Q&A: Expert answers viewer questions on why US uses foreign oil

Answers For America

(NewsNation) — Rising prices at the gas pump have become a topic of ire for many Americans as it hits them in the pocketbook.

From truckers to politicians, a demand for more domestic oil production has been pitched as a solution to the higher prices. 

Denton Cinquegrana, chief analyst for Oil Price Information Service, answered viewer questions on why America uses foreign oil during an appearance on “Morning in America.”

Q: Why are fuel prices so high? And why are we dependent on foreign oil when we have plenty of it under our feet? — Perry Freeman, Florida

Cinquegrana: It’s not just a simple answer. It’s multifaceted. So you have to go back to 2020 and the pandemic. Companies were not making money, so they didn’t invest in future output. They didn’t invest in future production. We also had a series of poor margins, poor demand, so refineries either shut down or converted to making biofuels.

As far as the foreign oil concern is, yes, we do have plenty of oil here, but it’s a bit of a mismatch for what our refiners are geared to run.

Our refiners are very sophisticated, meaning they could take some of the grossest, nastiest … crude oil and turn that into usable products.

The United States produces a lot of light, sweet crude that our refiners are just about maxed out on using. And so we can’t really add that much more to it.

We do exchanges, and the biggest importer country that we import from is actually Canada. So our neighbors to the north provide us a lot of that crude oil, it goes to refineries in the Midwest and the Gulf Coast. It gets turned into gasoline, diesel and jet fuel.

It’s more than just what happened in Russia, quite frankly, even before that happened. We thought that it was gonna be a wild year for gas prices anyway.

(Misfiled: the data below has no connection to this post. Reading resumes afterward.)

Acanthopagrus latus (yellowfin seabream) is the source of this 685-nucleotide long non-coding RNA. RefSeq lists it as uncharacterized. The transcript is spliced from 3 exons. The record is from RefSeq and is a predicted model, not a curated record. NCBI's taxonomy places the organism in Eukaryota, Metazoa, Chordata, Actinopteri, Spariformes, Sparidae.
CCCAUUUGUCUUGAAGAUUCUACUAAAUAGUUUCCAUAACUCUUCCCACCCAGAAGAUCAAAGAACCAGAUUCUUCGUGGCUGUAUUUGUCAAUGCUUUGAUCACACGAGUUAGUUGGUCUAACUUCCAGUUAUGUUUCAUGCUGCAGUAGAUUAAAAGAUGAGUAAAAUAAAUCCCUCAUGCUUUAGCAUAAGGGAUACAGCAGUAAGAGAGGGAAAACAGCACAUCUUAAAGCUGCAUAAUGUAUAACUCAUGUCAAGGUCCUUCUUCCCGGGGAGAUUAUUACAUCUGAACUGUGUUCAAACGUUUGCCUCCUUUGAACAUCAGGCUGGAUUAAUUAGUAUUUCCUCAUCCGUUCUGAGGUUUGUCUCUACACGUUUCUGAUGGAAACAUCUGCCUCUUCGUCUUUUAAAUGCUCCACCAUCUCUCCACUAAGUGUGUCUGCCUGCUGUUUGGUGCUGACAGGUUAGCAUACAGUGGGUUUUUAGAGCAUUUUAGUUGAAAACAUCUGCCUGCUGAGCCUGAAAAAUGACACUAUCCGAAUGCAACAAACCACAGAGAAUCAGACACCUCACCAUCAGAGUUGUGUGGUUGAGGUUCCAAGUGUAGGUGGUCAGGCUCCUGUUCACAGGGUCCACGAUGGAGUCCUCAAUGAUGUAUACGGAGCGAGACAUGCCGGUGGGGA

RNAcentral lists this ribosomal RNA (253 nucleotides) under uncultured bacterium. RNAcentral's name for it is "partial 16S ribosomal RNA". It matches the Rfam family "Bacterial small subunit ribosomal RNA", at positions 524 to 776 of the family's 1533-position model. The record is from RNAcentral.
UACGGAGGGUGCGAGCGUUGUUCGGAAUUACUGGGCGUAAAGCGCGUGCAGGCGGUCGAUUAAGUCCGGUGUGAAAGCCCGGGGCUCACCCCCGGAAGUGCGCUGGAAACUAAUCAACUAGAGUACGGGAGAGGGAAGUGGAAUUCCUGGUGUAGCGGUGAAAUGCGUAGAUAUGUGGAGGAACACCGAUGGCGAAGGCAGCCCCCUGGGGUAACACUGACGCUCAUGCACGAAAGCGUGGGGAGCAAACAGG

Q: When am I to expect or even hope that gas prices will come down here on at least the Florida coast or the whole country?

Cinquegrana: With so much going on in the world, it’s hard to tell with certainty when prices are gonna come down. Now, in the very near term, we’re gonna see a little bit of relief. Now when I mean a little bit of relief, I mean, 4, 5, 10 cents.

We may have to wait until later in the year, into the fall when the formulation for gasoline changes and demand really starts to turn down because vacations are over, kids are back in school, things like that.

It’s going to take some time for some real relief. Now, does that mean we’re going back to like $2, and $3, probably not.

2022 is going to end up being a little bit of a gap year because in ’23 and beyond, there’s a lot more global refining capacity coming online in Africa, the Middle East and Asia and imports, exports, things will be moving around.

But again, at the end of the day, this is part of a global market, high gasoline prices are not just the United States issue. Canada is going on at the equivalent of eight Canadian dollars a gallon. Europe, you see the high prices there. So it’s not just United States issue. It’s global.

Watch the full interview with Denton Cinquegrana in the video player at the top of the page.

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